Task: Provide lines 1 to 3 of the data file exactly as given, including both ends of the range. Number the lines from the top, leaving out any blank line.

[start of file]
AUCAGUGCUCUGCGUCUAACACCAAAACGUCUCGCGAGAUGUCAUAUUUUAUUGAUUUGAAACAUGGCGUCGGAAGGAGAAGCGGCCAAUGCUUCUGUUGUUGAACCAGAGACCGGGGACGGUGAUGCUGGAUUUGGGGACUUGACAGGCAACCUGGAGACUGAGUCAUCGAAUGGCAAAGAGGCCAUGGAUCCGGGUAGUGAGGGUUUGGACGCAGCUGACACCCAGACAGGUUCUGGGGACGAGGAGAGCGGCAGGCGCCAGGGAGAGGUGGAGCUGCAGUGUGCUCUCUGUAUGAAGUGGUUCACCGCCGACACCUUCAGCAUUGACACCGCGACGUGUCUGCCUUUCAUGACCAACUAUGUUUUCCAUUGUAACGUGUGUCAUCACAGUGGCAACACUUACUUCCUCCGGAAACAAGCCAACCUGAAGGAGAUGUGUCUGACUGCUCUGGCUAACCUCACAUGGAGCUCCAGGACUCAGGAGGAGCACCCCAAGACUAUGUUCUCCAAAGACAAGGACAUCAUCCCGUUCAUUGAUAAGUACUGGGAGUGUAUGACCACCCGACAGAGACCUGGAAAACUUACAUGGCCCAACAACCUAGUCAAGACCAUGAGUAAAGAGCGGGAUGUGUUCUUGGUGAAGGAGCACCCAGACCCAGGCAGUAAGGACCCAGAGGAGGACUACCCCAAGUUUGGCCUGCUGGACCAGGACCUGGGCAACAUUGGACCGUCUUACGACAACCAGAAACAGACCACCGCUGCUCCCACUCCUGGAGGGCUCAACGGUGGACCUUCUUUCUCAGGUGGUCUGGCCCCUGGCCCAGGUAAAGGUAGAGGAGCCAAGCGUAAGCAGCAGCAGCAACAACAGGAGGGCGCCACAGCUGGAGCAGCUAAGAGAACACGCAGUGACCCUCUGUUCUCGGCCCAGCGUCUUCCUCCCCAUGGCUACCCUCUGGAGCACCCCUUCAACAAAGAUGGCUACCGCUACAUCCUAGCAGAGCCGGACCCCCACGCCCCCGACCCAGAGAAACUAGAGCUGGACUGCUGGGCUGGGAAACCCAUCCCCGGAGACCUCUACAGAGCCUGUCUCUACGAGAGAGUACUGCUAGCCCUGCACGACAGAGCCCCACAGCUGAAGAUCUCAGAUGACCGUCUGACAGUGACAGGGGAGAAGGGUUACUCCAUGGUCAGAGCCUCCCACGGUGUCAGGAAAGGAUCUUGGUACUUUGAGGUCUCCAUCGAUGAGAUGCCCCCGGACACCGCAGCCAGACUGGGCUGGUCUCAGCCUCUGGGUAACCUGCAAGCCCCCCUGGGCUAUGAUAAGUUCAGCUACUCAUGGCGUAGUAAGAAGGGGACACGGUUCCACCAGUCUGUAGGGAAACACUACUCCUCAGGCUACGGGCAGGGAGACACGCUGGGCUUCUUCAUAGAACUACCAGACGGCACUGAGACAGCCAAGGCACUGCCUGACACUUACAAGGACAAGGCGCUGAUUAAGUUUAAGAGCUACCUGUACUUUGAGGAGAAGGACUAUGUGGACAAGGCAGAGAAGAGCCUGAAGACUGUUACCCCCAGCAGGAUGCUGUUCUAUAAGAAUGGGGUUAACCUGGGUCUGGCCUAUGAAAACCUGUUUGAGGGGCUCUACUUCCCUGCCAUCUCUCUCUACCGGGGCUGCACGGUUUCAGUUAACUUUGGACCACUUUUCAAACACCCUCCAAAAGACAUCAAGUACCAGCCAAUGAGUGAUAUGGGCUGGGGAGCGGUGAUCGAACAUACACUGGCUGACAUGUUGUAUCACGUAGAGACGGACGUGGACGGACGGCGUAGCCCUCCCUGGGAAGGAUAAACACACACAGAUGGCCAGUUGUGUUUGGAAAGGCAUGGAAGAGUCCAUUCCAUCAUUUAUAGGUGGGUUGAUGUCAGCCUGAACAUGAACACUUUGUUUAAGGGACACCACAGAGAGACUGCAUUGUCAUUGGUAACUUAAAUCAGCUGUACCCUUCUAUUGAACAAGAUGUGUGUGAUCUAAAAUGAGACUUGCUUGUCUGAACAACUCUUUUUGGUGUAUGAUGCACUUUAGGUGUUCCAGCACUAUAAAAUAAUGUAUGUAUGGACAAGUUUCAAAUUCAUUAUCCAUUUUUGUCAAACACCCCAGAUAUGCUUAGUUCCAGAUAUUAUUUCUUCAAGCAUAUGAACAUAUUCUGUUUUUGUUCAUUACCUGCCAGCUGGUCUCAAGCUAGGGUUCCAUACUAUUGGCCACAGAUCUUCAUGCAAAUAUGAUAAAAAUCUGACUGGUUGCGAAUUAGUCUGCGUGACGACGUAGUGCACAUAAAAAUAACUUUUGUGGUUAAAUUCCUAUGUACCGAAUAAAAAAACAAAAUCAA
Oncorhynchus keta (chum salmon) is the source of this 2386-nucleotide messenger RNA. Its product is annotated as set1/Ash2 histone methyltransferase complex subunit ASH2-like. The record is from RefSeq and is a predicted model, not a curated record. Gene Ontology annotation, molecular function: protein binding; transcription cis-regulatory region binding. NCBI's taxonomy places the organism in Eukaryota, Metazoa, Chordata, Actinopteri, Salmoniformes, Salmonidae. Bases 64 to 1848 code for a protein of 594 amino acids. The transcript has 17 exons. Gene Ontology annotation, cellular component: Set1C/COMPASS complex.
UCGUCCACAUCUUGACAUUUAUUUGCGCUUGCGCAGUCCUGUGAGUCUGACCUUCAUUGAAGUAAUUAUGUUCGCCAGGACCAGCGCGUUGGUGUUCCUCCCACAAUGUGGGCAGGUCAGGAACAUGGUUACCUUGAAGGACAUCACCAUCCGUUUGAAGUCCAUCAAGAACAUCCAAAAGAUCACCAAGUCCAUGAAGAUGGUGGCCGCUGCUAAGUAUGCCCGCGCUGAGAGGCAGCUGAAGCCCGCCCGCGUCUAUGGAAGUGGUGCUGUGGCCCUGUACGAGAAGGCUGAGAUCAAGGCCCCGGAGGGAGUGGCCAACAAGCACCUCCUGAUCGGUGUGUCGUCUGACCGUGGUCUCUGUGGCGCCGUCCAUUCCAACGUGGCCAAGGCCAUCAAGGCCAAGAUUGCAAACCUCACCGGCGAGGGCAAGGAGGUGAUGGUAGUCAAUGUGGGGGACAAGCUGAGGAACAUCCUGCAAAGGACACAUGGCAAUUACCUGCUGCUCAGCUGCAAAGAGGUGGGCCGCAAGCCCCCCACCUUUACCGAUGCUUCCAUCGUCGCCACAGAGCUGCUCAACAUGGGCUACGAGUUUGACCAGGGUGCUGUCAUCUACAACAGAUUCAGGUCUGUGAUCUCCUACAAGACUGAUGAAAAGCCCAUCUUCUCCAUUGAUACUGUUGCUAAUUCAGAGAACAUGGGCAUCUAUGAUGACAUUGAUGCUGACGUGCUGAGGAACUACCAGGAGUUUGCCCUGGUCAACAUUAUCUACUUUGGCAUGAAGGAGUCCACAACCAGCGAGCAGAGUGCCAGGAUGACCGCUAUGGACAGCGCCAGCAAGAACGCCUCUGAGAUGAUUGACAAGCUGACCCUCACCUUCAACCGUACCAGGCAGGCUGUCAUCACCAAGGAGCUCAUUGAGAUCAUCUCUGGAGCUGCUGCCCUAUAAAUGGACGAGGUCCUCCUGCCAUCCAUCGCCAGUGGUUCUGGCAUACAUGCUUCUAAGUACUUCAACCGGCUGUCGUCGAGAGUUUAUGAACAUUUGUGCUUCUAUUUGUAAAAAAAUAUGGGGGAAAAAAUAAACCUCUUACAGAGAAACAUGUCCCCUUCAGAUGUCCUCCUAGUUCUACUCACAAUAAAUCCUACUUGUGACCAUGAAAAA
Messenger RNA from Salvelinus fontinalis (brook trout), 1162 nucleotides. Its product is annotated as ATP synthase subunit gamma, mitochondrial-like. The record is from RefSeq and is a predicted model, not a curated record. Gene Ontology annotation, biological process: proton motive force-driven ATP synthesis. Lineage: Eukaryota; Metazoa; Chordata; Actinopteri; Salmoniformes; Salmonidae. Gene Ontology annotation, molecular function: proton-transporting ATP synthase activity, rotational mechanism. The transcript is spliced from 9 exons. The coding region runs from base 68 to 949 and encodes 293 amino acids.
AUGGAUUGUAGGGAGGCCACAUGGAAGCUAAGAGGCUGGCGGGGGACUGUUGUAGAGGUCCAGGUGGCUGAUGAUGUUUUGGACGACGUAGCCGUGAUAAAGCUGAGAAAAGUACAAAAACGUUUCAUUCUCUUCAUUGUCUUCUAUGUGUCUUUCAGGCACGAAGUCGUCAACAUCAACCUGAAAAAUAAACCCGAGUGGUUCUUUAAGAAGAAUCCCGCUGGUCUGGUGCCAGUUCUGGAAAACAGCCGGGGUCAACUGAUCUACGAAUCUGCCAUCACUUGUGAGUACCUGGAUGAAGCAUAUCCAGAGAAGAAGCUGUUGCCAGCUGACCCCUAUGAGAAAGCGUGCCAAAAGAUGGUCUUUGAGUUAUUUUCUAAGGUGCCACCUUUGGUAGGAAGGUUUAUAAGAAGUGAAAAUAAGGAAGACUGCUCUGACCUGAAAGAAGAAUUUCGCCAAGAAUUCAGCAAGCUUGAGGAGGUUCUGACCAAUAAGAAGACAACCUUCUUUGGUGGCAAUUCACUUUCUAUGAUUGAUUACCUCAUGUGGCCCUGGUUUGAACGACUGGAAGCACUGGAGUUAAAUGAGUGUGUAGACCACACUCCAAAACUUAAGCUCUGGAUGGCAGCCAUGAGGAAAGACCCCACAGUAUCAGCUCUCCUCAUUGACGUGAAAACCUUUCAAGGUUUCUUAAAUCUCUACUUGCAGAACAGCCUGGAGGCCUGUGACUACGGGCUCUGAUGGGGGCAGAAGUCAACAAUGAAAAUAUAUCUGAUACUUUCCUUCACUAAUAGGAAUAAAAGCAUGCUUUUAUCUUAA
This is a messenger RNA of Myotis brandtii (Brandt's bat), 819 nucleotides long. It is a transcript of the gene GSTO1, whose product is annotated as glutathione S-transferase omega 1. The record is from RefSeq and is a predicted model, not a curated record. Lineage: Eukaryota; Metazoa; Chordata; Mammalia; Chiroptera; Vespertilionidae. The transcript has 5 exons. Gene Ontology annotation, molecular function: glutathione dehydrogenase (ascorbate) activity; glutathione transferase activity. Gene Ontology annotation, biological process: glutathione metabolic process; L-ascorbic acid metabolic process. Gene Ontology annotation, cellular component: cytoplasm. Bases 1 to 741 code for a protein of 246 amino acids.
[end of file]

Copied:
AUCAGUGCUCUGCGUCUAACACCAAAACGUCUCGCGAGAUGUCAUAUUUUAUUGAUUUGAAACAUGGCGUCGGAAGGAGAAGCGGCCAAUGCUUCUGUUGUUGAACCAGAGACCGGGGACGGUGAUGCUGGAUUUGGGGACUUGACAGGCAACCUGGAGACUGAGUCAUCGAAUGGCAAAGAGGCCAUGGAUCCGGGUAGUGAGGGUUUGGACGCAGCUGACACCCAGACAGGUUCUGGGGACGAGGAGAGCGGCAGGCGCCAGGGAGAGGUGGAGCUGCAGUGUGCUCUCUGUAUGAAGUGGUUCACCGCCGACACCUUCAGCAUUGACACCGCGACGUGUCUGCCUUUCAUGACCAACUAUGUUUUCCAUUGUAACGUGUGUCAUCACAGUGGCAACACUUACUUCCUCCGGAAACAAGCCAACCUGAAGGAGAUGUGUCUGACUGCUCUGGCUAACCUCACAUGGAGCUCCAGGACUCAGGAGGAGCACCCCAAGACUAUGUUCUCCAAAGACAAGGACAUCAUCCCGUUCAUUGAUAAGUACUGGGAGUGUAUGACCACCCGACAGAGACCUGGAAAACUUACAUGGCCCAACAACCUAGUCAAGACCAUGAGUAAAGAGCGGGAUGUGUUCUUGGUGAAGGAGCACCCAGACCCAGGCAGUAAGGACCCAGAGGAGGACUACCCCAAGUUUGGCCUGCUGGACCAGGACCUGGGCAACAUUGGACCGUCUUACGACAACCAGAAACAGACCACCGCUGCUCCCACUCCUGGAGGGCUCAACGGUGGACCUUCUUUCUCAGGUGGUCUGGCCCCUGGCCCAGGUAAAGGUAGAGGAGCCAAGCGUAAGCAGCAGCAGCAACAACAGGAGGGCGCCACAGCUGGAGCAGCUAAGAGAACACGCAGUGACCCUCUGUUCUCGGCCCAGCGUCUUCCUCCCCAUGGCUACCCUCUGGAGCACCCCUUCAACAAAGAUGGCUACCGCUACAUCCUAGCAGAGCCGGACCCCCACGCCCCCGACCCAGAGAAACUAGAGCUGGACUGCUGGGCUGGGAAACCCAUCCCCGGAGACCUCUACAGAGCCUGUCUCUACGAGAGAGUACUGCUAGCCCUGCACGACAGAGCCCCACAGCUGAAGAUCUCAGAUGACCGUCUGACAGUGACAGGGGAGAAGGGUUACUCCAUGGUCAGAGCCUCCCACGGUGUCAGGAAAGGAUCUUGGUACUUUGAGGUCUCCAUCGAUGAGAUGCCCCCGGACACCGCAGCCAGACUGGGCUGGUCUCAGCCUCUGGGUAACCUGCAAGCCCCCCUGGGCUAUGAUAAGUUCAGCUACUCAUGGCGUAGUAAGAAGGGGACACGGUUCCACCAGUCUGUAGGGAAACACUACUCCUCAGGCUACGGGCAGGGAGACACGCUGGGCUUCUUCAUAGAACUACCAGACGGCACUGAGACAGCCAAGGCACUGCCUGACACUUACAAGGACAAGGCGCUGAUUAAGUUUAAGAGCUACCUGUACUUUGAGGAGAAGGACUAUGUGGACAAGGCAGAGAAGAGCCUGAAGACUGUUACCCCCAGCAGGAUGCUGUUCUAUAAGAAUGGGGUUAACCUGGGUCUGGCCUAUGAAAACCUGUUUGAGGGGCUCUACUUCCCUGCCAUCUCUCUCUACCGGGGCUGCACGGUUUCAGUUAACUUUGGACCACUUUUCAAACACCCUCCAAAAGACAUCAAGUACCAGCCAAUGAGUGAUAUGGGCUGGGGAGCGGUGAUCGAACAUACACUGGCUGACAUGUUGUAUCACGUAGAGACGGACGUGGACGGACGGCGUAGCCCUCCCUGGGAAGGAUAAACACACACAGAUGGCCAGUUGUGUUUGGAAAGGCAUGGAAGAGUCCAUUCCAUCAUUUAUAGGUGGGUUGAUGUCAGCCUGAACAUGAACACUUUGUUUAAGGGACACCACAGAGAGACUGCAUUGUCAUUGGUAACUUAAAUCAGCUGUACCCUUCUAUUGAACAAGAUGUGUGUGAUCUAAAAUGAGACUUGCUUGUCUGAACAACUCUUUUUGGUGUAUGAUGCACUUUAGGUGUUCCAGCACUAUAAAAUAAUGUAUGUAUGGACAAGUUUCAAAUUCAUUAUCCAUUUUUGUCAAACACCCCAGAUAUGCUUAGUUCCAGAUAUUAUUUCUUCAAGCAUAUGAACAUAUUCUGUUUUUGUUCAUUACCUGCCAGCUGGUCUCAAGCUAGGGUUCCAUACUAUUGGCCACAGAUCUUCAUGCAAAUAUGAUAAAAAUCUGACUGGUUGCGAAUUAGUCUGCGUGACGACGUAGUGCACAUAAAAAUAACUUUUGUGGUUAAAUUCCUAUGUACCGAAUAAAAAAACAAAAUCAA
Oncorhynchus keta (chum salmon) is the source of this 2386-nucleotide messenger RNA. Its product is annotated as set1/Ash2 histone methyltransferase complex subunit ASH2-like. The record is from RefSeq and is a predicted model, not a curated record. Gene Ontology annotation, molecular function: protein binding; transcription cis-regulatory region binding. NCBI's taxonomy places the organism in Eukaryota, Metazoa, Chordata, Actinopteri, Salmoniformes, Salmonidae. Bases 64 to 1848 code for a protein of 594 amino acids. The transcript has 17 exons. Gene Ontology annotation, cellular component: Set1C/COMPASS complex.
UCGUCCACAUCUUGACAUUUAUUUGCGCUUGCGCAGUCCUGUGAGUCUGACCUUCAUUGAAGUAAUUAUGUUCGCCAGGACCAGCGCGUUGGUGUUCCUCCCACAAUGUGGGCAGGUCAGGAACAUGGUUACCUUGAAGGACAUCACCAUCCGUUUGAAGUCCAUCAAGAACAUCCAAAAGAUCACCAAGUCCAUGAAGAUGGUGGCCGCUGCUAAGUAUGCCCGCGCUGAGAGGCAGCUGAAGCCCGCCCGCGUCUAUGGAAGUGGUGCUGUGGCCCUGUACGAGAAGGCUGAGAUCAAGGCCCCGGAGGGAGUGGCCAACAAGCACCUCCUGAUCGGUGUGUCGUCUGACCGUGGUCUCUGUGGCGCCGUCCAUUCCAACGUGGCCAAGGCCAUCAAGGCCAAGAUUGCAAACCUCACCGGCGAGGGCAAGGAGGUGAUGGUAGUCAAUGUGGGGGACAAGCUGAGGAACAUCCUGCAAAGGACACAUGGCAAUUACCUGCUGCUCAGCUGCAAAGAGGUGGGCCGCAAGCCCCCCACCUUUACCGAUGCUUCCAUCGUCGCCACAGAGCUGCUCAACAUGGGCUACGAGUUUGACCAGGGUGCUGUCAUCUACAACAGAUUCAGGUCUGUGAUCUCCUACAAGACUGAUGAAAAGCCCAUCUUCUCCAUUGAUACUGUUGCUAAUUCAGAGAACAUGGGCAUCUAUGAUGACAUUGAUGCUGACGUGCUGAGGAACUACCAGGAGUUUGCCCUGGUCAACAUUAUCUACUUUGGCAUGAAGGAGUCCACAACCAGCGAGCAGAGUGCCAGGAUGACCGCUAUGGACAGCGCCAGCAAGAACGCCUCUGAGAUGAUUGACAAGCUGACCCUCACCUUCAACCGUACCAGGCAGGCUGUCAUCACCAAGGAGCUCAUUGAGAUCAUCUCUGGAGCUGCUGCCCUAUAAAUGGACGAGGUCCUCCUGCCAUCCAUCGCCAGUGGUUCUGGCAUACAUGCUUCUAAGUACUUCAACCGGCUGUCGUCGAGAGUUUAUGAACAUUUGUGCUUCUAUUUGUAAAAAAAUAUGGGGGAAAAAAUAAACCUCUUACAGAGAAACAUGUCCCCUUCAGAUGUCCUCCUAGUUCUACUCACAAUAAAUCCUACUUGUGACCAUGAAAAA